In fact, when I first heard 'Pumped Up Kicks' a few months ago, my initial reaction was that I was hearing Drew Carey's theme song again. But then I heard the hipsterriffic bassline, which was written before the lyrics and complements the vocals perfectly, and I was utterly impressed. Then after a few listens more, I was able to decipher the dark and homicidal lyrics and then I was truly blown away by Foster the People's ability to conceal such depressing words under an impenetrably upbeat sound. With musical skill such as this, it should not come as a surprise that this band that was virtually unknown six months ago, has found its first single featured on the big screen already in Friends With Benefits starring Justin Timberlake and Mila Kunis, a film which does well to capture the same free-spirited and unorthodox energy.

I guess the lesson we can learn from Foster the People is that the true beauty of language can overshadow the darkest of tones. And besides, this melody even made Drew Carey look talented for a few seconds every week, which is more than you can say for Whose Line is it Anyway?


I found a @fosterthepeople tweet from June 14th when I was searching "Foster the People Drew Carey" in Google while trying to get to this page and it was pretty dead on I think. 

"Just played my hometown Cleveland so I gotta ask this. What's the best thing about Cleveland? TheRockHall, great lakes brewing, Drew Carey?"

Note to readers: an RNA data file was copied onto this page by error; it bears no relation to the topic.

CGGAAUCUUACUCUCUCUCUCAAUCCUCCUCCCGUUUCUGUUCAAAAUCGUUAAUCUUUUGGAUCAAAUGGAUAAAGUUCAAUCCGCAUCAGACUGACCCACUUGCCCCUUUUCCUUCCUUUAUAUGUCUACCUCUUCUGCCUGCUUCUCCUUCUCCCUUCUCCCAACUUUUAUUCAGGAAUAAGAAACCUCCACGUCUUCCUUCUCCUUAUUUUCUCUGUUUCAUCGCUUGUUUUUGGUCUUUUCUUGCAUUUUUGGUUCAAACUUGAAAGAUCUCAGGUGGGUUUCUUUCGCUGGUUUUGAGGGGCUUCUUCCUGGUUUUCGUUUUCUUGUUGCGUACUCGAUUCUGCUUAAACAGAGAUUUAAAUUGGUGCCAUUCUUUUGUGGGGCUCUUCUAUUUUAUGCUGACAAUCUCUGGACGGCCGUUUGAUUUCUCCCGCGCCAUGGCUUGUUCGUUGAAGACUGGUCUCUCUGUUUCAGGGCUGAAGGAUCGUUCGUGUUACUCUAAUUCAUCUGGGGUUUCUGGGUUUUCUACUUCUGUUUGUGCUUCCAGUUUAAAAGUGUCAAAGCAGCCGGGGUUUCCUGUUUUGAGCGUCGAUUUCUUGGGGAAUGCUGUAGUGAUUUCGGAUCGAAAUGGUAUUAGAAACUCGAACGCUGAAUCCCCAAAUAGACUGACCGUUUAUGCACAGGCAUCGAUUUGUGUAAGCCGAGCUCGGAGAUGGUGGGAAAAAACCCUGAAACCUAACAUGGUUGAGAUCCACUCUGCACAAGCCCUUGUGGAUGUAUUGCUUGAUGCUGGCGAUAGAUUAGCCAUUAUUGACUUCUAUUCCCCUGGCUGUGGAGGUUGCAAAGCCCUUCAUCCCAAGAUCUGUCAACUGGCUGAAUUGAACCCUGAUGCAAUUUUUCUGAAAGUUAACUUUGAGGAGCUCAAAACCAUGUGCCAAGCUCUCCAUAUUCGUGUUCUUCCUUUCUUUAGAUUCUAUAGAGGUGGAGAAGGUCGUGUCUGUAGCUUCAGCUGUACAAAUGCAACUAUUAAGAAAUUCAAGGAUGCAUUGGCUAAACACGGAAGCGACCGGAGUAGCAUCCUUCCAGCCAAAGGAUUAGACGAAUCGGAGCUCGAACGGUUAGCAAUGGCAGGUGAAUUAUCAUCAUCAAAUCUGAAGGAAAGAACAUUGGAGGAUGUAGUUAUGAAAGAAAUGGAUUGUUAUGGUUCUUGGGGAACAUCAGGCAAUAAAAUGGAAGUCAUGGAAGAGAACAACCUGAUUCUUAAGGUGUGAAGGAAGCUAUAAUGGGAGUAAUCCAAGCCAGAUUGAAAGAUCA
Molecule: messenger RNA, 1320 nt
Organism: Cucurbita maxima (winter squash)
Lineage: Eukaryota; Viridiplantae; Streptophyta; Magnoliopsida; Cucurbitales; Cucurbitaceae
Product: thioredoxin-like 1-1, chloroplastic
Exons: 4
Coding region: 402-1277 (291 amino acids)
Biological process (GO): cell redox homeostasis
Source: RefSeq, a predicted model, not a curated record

Do you agree that the verses are similar?

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    • profile image


      6 years ago

      thank you thought i was going mental! feeling like i heard itbefore.

    • profile image


      6 years ago

      I'm originally from Cleveland and loved the Drew Carey Show so the POTUSOA cover of Cleveland Rocks is pretty much my anthem, so when Pumped Up Kicks became the song all of my friends listened to, I always had to tell them it was ripping off Cleveland Rocks, this post has given me vindication. Thank you

    • profile image


      6 years ago

      I've been telling people that Pumped Up Kicks uses exactly the same structure as Cleveland Rocks! Thanks for the validation that I'm not crazy.

    • profile image


      7 years ago

      I am so glad that I found this. Very first thing I thought when I heard the song. I cover the FTP song at bars and sometimes throw in the Drew Carey lyrics just for S&G's

    • Schrambino profile imageAUTHOR


      7 years ago from Jersey

      Thank you. I actually found a tweet today that Foster the People tweeter a few weeks back that said Cleveland is one of their hometowns and mentioned Drew Carey and the R&R Hall of Fame. I guess I was onto something!

    • profile image


      7 years ago

      So glad I found this post. I had the exact same experience. I thought I was hearing an oldie or a remix of it while out at a bar rather than a relatively new hit. Until finding this, I was still convinced it was some kind of mash up or remix, because I couldn't find the original song. I just knew it was in a Drew Carey intro. Thanks for solving the mystery. And also, validating me. I think we both have superb ears and probably perfect pitch :P